President Douglas Tilden was elected four years prior alongside Vice-President Henry Rowe, during the previous election in 2000 and both were eligible to seek second terms.
- Douglas Tilden - Incumbent President, former Senator from West Virginia
- Jacob Watts - Governor of New Hampshire
Unpopular incumbent President Douglas Tilden sought reelection but was not without some opposition from his party. Since taking office, Tilden’s leadership had been widely criticized by members of both sides due to his relatively inconsistent policy decisions. With several conflicts in the Middle East waging on, Tilden stalled on the decision of whether or not to continuing to increase the number of troops stationed overseas or to seek UN intervention. Among other issues, he was seen as a President reluctant to take serious action.
Despite high expectations from pundits of a brutal primary season due to Governor Jacob Watts’ bid against President Tilden, Tilden managed to win a majority of the primaries and caucuses across the country without having to campaign very vigorously. While Watts did carry five states in the New England area, he ultimately ended his bid after losing in Pennsylvania, effectively leaving Tilden to reclaim the nomination.
- Joe Lawton - Senator of Nevada, former Governor and State Treasurer
- Charles Nash - Senator from North Carolina
- Wade Thompson - U.S. Representative from Arizona
- Stanley McCoy - Senator from Kentucky, former State Commissioner of Insurance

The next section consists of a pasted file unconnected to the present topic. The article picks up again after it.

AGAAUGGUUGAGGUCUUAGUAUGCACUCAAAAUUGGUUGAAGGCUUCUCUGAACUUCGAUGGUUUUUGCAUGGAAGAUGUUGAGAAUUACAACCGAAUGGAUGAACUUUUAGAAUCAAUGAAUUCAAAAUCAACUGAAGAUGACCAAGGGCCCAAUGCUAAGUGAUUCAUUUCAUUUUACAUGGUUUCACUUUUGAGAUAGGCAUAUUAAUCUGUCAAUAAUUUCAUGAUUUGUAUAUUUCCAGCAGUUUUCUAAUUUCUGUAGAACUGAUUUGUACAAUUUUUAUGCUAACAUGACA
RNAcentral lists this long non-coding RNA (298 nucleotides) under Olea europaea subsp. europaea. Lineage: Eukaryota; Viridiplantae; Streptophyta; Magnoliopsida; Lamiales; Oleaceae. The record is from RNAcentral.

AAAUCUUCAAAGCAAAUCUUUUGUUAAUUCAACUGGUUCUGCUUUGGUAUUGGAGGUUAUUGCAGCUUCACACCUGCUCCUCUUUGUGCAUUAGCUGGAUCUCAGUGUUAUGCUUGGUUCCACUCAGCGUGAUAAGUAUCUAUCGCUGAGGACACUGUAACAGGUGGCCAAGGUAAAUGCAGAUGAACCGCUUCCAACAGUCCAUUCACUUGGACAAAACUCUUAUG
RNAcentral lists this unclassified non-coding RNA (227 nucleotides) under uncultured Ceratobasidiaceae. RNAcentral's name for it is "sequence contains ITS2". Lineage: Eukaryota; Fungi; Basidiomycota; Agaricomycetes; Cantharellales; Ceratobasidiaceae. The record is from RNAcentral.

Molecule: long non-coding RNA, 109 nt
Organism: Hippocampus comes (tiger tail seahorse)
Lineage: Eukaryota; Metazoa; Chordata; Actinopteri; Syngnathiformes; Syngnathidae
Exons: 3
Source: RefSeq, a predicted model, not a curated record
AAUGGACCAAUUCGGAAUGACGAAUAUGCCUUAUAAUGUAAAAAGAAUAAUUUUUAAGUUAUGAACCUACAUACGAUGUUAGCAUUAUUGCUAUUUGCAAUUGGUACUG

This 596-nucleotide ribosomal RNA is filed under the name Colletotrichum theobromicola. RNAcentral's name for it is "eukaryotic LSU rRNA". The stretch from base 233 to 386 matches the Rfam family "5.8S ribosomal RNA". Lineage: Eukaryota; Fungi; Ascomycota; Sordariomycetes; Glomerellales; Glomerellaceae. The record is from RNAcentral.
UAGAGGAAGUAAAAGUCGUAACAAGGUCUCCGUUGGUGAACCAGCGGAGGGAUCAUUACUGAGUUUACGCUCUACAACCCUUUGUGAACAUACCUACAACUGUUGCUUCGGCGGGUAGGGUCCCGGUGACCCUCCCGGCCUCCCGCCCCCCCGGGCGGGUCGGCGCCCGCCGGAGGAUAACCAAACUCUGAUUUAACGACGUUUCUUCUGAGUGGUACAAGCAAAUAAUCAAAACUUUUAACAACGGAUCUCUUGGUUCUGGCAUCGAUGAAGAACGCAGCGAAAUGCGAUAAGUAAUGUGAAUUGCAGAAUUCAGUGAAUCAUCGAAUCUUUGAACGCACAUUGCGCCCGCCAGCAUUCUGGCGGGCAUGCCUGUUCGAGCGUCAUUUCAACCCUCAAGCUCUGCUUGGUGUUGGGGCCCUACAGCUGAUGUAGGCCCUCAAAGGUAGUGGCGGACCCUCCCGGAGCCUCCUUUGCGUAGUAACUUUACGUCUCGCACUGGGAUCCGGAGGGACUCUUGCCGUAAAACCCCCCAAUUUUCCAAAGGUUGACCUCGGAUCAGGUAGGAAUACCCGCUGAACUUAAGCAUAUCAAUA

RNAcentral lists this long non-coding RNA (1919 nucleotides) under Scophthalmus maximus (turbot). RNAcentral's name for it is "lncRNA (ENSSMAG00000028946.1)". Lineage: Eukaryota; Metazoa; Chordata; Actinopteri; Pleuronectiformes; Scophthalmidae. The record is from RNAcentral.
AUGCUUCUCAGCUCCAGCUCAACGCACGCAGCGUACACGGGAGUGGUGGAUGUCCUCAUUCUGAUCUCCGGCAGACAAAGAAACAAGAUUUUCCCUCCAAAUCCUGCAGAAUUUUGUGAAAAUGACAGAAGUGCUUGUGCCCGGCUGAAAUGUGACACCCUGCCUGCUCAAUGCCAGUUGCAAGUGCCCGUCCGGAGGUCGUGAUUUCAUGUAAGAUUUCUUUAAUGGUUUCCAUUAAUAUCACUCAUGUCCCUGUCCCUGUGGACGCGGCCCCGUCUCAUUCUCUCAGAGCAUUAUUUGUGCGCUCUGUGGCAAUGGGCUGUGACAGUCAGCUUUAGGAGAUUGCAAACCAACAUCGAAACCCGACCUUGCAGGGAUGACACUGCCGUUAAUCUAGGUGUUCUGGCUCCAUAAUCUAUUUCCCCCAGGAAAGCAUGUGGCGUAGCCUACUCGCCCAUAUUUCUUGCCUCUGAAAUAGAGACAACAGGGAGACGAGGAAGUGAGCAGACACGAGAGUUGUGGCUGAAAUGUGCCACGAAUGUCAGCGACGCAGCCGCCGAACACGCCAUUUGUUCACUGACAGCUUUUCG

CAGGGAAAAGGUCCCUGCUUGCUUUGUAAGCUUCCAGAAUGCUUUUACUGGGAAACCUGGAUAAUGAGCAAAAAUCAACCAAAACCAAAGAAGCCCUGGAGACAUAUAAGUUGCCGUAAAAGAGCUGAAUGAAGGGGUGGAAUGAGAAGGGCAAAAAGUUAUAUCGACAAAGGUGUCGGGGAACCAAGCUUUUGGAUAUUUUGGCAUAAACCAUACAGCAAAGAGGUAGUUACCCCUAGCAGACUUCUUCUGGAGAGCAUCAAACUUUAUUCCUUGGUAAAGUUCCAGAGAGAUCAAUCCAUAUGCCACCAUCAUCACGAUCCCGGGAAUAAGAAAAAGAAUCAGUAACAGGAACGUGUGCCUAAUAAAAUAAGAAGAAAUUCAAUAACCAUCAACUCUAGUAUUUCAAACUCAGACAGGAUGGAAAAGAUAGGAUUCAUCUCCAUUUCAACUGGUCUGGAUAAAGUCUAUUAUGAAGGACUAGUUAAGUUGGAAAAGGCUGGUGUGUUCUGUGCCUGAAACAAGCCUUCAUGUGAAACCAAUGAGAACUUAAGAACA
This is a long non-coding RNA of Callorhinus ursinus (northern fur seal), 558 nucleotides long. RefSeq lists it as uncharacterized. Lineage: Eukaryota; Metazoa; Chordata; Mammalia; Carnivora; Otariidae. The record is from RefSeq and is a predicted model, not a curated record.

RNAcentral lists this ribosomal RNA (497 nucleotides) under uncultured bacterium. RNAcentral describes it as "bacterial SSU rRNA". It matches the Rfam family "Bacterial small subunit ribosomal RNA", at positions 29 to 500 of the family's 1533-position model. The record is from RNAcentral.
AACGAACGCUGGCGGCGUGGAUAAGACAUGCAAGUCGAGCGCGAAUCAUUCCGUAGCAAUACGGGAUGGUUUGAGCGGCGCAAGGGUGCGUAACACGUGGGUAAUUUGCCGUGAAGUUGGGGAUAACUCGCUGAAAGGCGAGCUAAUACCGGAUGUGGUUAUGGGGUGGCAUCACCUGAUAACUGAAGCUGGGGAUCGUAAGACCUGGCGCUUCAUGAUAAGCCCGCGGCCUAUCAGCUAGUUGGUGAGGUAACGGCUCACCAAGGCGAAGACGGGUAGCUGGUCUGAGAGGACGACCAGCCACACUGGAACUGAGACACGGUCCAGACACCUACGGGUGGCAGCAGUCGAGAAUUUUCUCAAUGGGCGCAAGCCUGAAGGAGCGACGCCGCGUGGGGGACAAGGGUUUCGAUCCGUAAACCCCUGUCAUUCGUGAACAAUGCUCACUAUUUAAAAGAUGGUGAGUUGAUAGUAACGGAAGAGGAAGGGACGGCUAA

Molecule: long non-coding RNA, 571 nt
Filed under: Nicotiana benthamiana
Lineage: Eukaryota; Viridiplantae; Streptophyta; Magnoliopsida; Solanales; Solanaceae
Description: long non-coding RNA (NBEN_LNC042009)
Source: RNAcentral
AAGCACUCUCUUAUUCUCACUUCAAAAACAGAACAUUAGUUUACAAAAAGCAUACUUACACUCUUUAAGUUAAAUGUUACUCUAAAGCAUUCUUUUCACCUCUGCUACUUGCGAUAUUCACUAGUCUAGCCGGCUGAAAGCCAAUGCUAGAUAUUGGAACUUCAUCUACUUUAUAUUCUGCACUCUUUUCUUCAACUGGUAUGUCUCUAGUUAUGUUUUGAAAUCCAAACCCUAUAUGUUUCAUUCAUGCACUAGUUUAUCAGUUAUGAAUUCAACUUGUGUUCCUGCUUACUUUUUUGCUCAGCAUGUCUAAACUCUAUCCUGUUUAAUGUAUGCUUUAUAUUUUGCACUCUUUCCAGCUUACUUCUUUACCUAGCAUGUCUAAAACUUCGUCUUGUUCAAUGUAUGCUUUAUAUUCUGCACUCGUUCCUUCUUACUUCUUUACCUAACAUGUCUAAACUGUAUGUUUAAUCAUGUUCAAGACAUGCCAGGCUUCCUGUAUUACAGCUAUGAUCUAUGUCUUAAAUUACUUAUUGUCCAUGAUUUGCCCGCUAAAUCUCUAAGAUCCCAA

The race for the Republican nomination was expected to be a somewhat crowded field after most polls regarding the incumbent President’s approval rating to be at a 35% average. Representative Wade Thompson had begun visiting primary states in early 2003 while Senators Nash and McCoy had been floating their possibilities throughout several interviews months beforehand. However, Senator Joe Lawton was the first to officially announce and took a page out of his father’s old campaigning strategy by holding events in dozens of states before the first caucus.
In a series of three debates, the four candidates each promoted themselves as better alternatives to Tilden. Among the main issues were terrorism, immigration, and slow economic growth. Though the Thompson and McCoy campaigns were seen as promising at the start, both dropped out before the 2nd debate, leaving Charles Nash the only candidate left capable of opposing Joe Lawton, despite having only won four states compared to his eleven at the time.
While Nash did eventually drop out near the end of the primary season, having only carried another two wins, he was speculated as a potential choice for Vice-President. Of the other withdrawn candidates, only McCoy made statements expressing interest in the prospect. Joe Lawton, however, looked to recruit someone with experience that somewhat differed from his. With his father George Lawton essentially heading the search, he suggested retired Joint Chief Wallace Fordham, who had been an outspoken critic of President Tilden’s foreign policy decisions. Joe secured the nomination shortly after his acception to be on the ticket.
By November 2nd, at 11:25 EST, most major broadcasting networks had projected Lawton as the winner. Dougles Tilden called to concede around an hour later and congratulated Joe on his victory.
Both Joe Lawton and Wallace Fordham were sworn into office on January 20th, 2005.